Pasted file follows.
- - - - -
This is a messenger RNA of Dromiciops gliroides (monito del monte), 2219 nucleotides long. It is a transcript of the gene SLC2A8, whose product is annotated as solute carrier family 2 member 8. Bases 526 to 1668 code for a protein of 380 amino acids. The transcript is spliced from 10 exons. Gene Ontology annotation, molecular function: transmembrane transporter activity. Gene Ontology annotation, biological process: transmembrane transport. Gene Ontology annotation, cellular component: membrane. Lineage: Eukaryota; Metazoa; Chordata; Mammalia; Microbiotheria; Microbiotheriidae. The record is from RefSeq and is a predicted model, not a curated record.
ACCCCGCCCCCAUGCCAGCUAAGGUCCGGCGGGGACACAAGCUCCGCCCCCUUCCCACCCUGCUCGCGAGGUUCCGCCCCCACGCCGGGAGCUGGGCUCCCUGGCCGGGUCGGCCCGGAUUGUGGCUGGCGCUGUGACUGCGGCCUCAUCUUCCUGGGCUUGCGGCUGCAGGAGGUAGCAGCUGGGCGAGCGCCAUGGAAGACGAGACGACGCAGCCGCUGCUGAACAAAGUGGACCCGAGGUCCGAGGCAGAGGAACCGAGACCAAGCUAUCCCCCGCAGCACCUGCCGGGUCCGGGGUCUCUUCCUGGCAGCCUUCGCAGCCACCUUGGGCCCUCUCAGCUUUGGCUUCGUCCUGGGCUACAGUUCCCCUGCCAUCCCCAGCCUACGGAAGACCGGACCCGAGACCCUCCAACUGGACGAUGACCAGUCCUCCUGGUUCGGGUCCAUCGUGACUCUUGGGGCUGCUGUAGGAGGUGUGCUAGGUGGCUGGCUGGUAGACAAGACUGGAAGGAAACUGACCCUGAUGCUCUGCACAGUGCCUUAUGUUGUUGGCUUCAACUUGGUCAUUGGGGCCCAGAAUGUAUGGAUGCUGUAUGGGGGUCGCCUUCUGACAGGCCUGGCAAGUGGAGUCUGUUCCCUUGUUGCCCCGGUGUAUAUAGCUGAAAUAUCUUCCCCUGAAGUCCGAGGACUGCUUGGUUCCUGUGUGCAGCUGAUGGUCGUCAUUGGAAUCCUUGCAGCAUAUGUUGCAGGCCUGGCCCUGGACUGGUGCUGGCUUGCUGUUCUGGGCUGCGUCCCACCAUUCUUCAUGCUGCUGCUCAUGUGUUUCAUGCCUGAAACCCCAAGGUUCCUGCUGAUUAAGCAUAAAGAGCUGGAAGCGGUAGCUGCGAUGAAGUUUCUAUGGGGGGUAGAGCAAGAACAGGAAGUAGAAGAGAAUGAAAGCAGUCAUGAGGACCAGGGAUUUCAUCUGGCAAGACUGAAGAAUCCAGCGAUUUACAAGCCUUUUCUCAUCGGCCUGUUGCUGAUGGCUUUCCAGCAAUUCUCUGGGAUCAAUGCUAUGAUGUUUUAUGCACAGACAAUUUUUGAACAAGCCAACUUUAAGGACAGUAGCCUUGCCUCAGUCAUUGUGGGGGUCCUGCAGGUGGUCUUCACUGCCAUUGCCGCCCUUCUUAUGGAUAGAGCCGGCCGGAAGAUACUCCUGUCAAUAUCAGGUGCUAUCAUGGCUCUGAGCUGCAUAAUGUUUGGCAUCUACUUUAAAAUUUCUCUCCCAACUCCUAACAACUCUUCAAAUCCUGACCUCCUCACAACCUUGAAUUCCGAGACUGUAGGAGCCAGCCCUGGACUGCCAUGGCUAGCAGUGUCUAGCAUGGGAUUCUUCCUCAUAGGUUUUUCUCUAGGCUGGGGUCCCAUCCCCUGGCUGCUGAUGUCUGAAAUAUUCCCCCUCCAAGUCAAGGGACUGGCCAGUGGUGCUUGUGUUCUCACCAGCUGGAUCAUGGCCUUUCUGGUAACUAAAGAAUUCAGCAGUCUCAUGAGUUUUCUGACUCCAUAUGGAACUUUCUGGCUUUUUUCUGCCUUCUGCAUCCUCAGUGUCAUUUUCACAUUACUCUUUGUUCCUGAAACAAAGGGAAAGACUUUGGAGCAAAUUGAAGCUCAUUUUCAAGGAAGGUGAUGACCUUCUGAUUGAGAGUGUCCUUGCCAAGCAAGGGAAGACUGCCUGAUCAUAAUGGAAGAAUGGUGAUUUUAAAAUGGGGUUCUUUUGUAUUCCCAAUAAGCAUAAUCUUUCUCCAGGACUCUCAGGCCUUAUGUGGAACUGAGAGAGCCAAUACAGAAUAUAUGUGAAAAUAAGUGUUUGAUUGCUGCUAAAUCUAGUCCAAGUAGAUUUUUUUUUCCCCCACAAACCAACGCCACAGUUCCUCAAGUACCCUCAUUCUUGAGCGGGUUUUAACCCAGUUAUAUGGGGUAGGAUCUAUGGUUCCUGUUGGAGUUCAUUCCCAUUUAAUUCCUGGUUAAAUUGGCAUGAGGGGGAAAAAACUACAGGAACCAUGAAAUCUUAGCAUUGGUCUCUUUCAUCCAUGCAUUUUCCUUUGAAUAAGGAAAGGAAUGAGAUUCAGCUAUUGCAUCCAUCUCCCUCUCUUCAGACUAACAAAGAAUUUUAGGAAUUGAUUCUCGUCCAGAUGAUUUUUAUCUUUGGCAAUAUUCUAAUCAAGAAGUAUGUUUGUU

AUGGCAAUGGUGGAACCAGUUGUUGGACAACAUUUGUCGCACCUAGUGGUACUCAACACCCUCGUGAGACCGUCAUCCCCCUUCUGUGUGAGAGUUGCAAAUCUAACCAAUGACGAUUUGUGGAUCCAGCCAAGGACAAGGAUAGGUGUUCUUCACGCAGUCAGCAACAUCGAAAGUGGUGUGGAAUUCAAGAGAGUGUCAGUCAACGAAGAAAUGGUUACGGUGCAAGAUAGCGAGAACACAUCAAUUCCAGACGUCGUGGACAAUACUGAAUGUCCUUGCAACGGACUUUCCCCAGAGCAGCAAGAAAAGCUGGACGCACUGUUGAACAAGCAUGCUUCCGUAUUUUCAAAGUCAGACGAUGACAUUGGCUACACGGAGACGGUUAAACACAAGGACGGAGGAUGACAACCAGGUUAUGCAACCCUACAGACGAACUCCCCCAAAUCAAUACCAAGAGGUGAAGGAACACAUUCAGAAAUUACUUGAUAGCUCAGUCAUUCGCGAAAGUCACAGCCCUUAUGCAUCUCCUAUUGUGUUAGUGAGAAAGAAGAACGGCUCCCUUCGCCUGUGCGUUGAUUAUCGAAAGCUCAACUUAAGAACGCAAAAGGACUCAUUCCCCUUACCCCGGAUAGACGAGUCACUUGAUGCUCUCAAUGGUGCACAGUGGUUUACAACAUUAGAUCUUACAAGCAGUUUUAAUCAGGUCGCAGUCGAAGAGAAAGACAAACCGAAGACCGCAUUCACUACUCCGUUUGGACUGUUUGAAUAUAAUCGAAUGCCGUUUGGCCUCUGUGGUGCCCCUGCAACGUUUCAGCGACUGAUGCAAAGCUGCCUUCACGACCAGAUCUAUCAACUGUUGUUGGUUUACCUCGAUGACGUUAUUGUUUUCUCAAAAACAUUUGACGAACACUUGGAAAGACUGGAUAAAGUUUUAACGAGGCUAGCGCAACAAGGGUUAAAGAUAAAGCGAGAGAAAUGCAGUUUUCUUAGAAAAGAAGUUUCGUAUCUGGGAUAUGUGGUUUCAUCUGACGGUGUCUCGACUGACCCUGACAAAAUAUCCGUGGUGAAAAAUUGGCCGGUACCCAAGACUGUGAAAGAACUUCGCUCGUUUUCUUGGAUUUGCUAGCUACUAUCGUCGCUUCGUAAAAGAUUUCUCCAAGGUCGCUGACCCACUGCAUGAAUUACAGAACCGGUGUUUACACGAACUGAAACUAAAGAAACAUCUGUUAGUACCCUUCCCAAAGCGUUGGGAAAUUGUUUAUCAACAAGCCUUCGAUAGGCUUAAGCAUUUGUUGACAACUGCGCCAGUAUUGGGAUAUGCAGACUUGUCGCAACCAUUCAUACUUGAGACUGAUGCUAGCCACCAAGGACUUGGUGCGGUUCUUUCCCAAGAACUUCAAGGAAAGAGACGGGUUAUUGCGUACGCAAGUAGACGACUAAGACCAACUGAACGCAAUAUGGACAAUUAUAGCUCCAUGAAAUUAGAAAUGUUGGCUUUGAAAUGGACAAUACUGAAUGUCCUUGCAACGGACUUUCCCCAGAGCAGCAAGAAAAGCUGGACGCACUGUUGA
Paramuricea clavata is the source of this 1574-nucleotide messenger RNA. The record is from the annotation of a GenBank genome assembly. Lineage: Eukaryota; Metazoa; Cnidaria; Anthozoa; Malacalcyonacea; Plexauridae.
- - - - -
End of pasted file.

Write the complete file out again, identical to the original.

This is a messenger RNA of Dromiciops gliroides (monito del monte), 2219 nucleotides long. It is a transcript of the gene SLC2A8, whose product is annotated as solute carrier family 2 member 8. Bases 526 to 1668 code for a protein of 380 amino acids. The transcript is spliced from 10 exons. Gene Ontology annotation, molecular function: transmembrane transporter activity. Gene Ontology annotation, biological process: transmembrane transport. Gene Ontology annotation, cellular component: membrane. Lineage: Eukaryota; Metazoa; Chordata; Mammalia; Microbiotheria; Microbiotheriidae. The record is from RefSeq and is a predicted model, not a curated record.
ACCCCGCCCCCAUGCCAGCUAAGGUCCGGCGGGGACACAAGCUCCGCCCCCUUCCCACCCUGCUCGCGAGGUUCCGCCCCCACGCCGGGAGCUGGGCUCCCUGGCCGGGUCGGCCCGGAUUGUGGCUGGCGCUGUGACUGCGGCCUCAUCUUCCUGGGCUUGCGGCUGCAGGAGGUAGCAGCUGGGCGAGCGCCAUGGAAGACGAGACGACGCAGCCGCUGCUGAACAAAGUGGACCCGAGGUCCGAGGCAGAGGAACCGAGACCAAGCUAUCCCCCGCAGCACCUGCCGGGUCCGGGGUCUCUUCCUGGCAGCCUUCGCAGCCACCUUGGGCCCUCUCAGCUUUGGCUUCGUCCUGGGCUACAGUUCCCCUGCCAUCCCCAGCCUACGGAAGACCGGACCCGAGACCCUCCAACUGGACGAUGACCAGUCCUCCUGGUUCGGGUCCAUCGUGACUCUUGGGGCUGCUGUAGGAGGUGUGCUAGGUGGCUGGCUGGUAGACAAGACUGGAAGGAAACUGACCCUGAUGCUCUGCACAGUGCCUUAUGUUGUUGGCUUCAACUUGGUCAUUGGGGCCCAGAAUGUAUGGAUGCUGUAUGGGGGUCGCCUUCUGACAGGCCUGGCAAGUGGAGUCUGUUCCCUUGUUGCCCCGGUGUAUAUAGCUGAAAUAUCUUCCCCUGAAGUCCGAGGACUGCUUGGUUCCUGUGUGCAGCUGAUGGUCGUCAUUGGAAUCCUUGCAGCAUAUGUUGCAGGCCUGGCCCUGGACUGGUGCUGGCUUGCUGUUCUGGGCUGCGUCCCACCAUUCUUCAUGCUGCUGCUCAUGUGUUUCAUGCCUGAAACCCCAAGGUUCCUGCUGAUUAAGCAUAAAGAGCUGGAAGCGGUAGCUGCGAUGAAGUUUCUAUGGGGGGUAGAGCAAGAACAGGAAGUAGAAGAGAAUGAAAGCAGUCAUGAGGACCAGGGAUUUCAUCUGGCAAGACUGAAGAAUCCAGCGAUUUACAAGCCUUUUCUCAUCGGCCUGUUGCUGAUGGCUUUCCAGCAAUUCUCUGGGAUCAAUGCUAUGAUGUUUUAUGCACAGACAAUUUUUGAACAAGCCAACUUUAAGGACAGUAGCCUUGCCUCAGUCAUUGUGGGGGUCCUGCAGGUGGUCUUCACUGCCAUUGCCGCCCUUCUUAUGGAUAGAGCCGGCCGGAAGAUACUCCUGUCAAUAUCAGGUGCUAUCAUGGCUCUGAGCUGCAUAAUGUUUGGCAUCUACUUUAAAAUUUCUCUCCCAACUCCUAACAACUCUUCAAAUCCUGACCUCCUCACAACCUUGAAUUCCGAGACUGUAGGAGCCAGCCCUGGACUGCCAUGGCUAGCAGUGUCUAGCAUGGGAUUCUUCCUCAUAGGUUUUUCUCUAGGCUGGGGUCCCAUCCCCUGGCUGCUGAUGUCUGAAAUAUUCCCCCUCCAAGUCAAGGGACUGGCCAGUGGUGCUUGUGUUCUCACCAGCUGGAUCAUGGCCUUUCUGGUAACUAAAGAAUUCAGCAGUCUCAUGAGUUUUCUGACUCCAUAUGGAACUUUCUGGCUUUUUUCUGCCUUCUGCAUCCUCAGUGUCAUUUUCACAUUACUCUUUGUUCCUGAAACAAAGGGAAAGACUUUGGAGCAAAUUGAAGCUCAUUUUCAAGGAAGGUGAUGACCUUCUGAUUGAGAGUGUCCUUGCCAAGCAAGGGAAGACUGCCUGAUCAUAAUGGAAGAAUGGUGAUUUUAAAAUGGGGUUCUUUUGUAUUCCCAAUAAGCAUAAUCUUUCUCCAGGACUCUCAGGCCUUAUGUGGAACUGAGAGAGCCAAUACAGAAUAUAUGUGAAAAUAAGUGUUUGAUUGCUGCUAAAUCUAGUCCAAGUAGAUUUUUUUUUCCCCCACAAACCAACGCCACAGUUCCUCAAGUACCCUCAUUCUUGAGCGGGUUUUAACCCAGUUAUAUGGGGUAGGAUCUAUGGUUCCUGUUGGAGUUCAUUCCCAUUUAAUUCCUGGUUAAAUUGGCAUGAGGGGGAAAAAACUACAGGAACCAUGAAAUCUUAGCAUUGGUCUCUUUCAUCCAUGCAUUUUCCUUUGAAUAAGGAAAGGAAUGAGAUUCAGCUAUUGCAUCCAUCUCCCUCUCUUCAGACUAACAAAGAAUUUUAGGAAUUGAUUCUCGUCCAGAUGAUUUUUAUCUUUGGCAAUAUUCUAAUCAAGAAGUAUGUUUGUU

AUGGCAAUGGUGGAACCAGUUGUUGGACAACAUUUGUCGCACCUAGUGGUACUCAACACCCUCGUGAGACCGUCAUCCCCCUUCUGUGUGAGAGUUGCAAAUCUAACCAAUGACGAUUUGUGGAUCCAGCCAAGGACAAGGAUAGGUGUUCUUCACGCAGUCAGCAACAUCGAAAGUGGUGUGGAAUUCAAGAGAGUGUCAGUCAACGAAGAAAUGGUUACGGUGCAAGAUAGCGAGAACACAUCAAUUCCAGACGUCGUGGACAAUACUGAAUGUCCUUGCAACGGACUUUCCCCAGAGCAGCAAGAAAAGCUGGACGCACUGUUGAACAAGCAUGCUUCCGUAUUUUCAAAGUCAGACGAUGACAUUGGCUACACGGAGACGGUUAAACACAAGGACGGAGGAUGACAACCAGGUUAUGCAACCCUACAGACGAACUCCCCCAAAUCAAUACCAAGAGGUGAAGGAACACAUUCAGAAAUUACUUGAUAGCUCAGUCAUUCGCGAAAGUCACAGCCCUUAUGCAUCUCCUAUUGUGUUAGUGAGAAAGAAGAACGGCUCCCUUCGCCUGUGCGUUGAUUAUCGAAAGCUCAACUUAAGAACGCAAAAGGACUCAUUCCCCUUACCCCGGAUAGACGAGUCACUUGAUGCUCUCAAUGGUGCACAGUGGUUUACAACAUUAGAUCUUACAAGCAGUUUUAAUCAGGUCGCAGUCGAAGAGAAAGACAAACCGAAGACCGCAUUCACUACUCCGUUUGGACUGUUUGAAUAUAAUCGAAUGCCGUUUGGCCUCUGUGGUGCCCCUGCAACGUUUCAGCGACUGAUGCAAAGCUGCCUUCACGACCAGAUCUAUCAACUGUUGUUGGUUUACCUCGAUGACGUUAUUGUUUUCUCAAAAACAUUUGACGAACACUUGGAAAGACUGGAUAAAGUUUUAACGAGGCUAGCGCAACAAGGGUUAAAGAUAAAGCGAGAGAAAUGCAGUUUUCUUAGAAAAGAAGUUUCGUAUCUGGGAUAUGUGGUUUCAUCUGACGGUGUCUCGACUGACCCUGACAAAAUAUCCGUGGUGAAAAAUUGGCCGGUACCCAAGACUGUGAAAGAACUUCGCUCGUUUUCUUGGAUUUGCUAGCUACUAUCGUCGCUUCGUAAAAGAUUUCUCCAAGGUCGCUGACCCACUGCAUGAAUUACAGAACCGGUGUUUACACGAACUGAAACUAAAGAAACAUCUGUUAGUACCCUUCCCAAAGCGUUGGGAAAUUGUUUAUCAACAAGCCUUCGAUAGGCUUAAGCAUUUGUUGACAACUGCGCCAGUAUUGGGAUAUGCAGACUUGUCGCAACCAUUCAUACUUGAGACUGAUGCUAGCCACCAAGGACUUGGUGCGGUUCUUUCCCAAGAACUUCAAGGAAAGAGACGGGUUAUUGCGUACGCAAGUAGACGACUAAGACCAACUGAACGCAAUAUGGACAAUUAUAGCUCCAUGAAAUUAGAAAUGUUGGCUUUGAAAUGGACAAUACUGAAUGUCCUUGCAACGGACUUUCCCCAGAGCAGCAAGAAAAGCUGGACGCACUGUUGA
Paramuricea clavata is the source of this 1574-nucleotide messenger RNA. The record is from the annotation of a GenBank genome assembly. Lineage: Eukaryota; Metazoa; Cnidaria; Anthozoa; Malacalcyonacea; Plexauridae.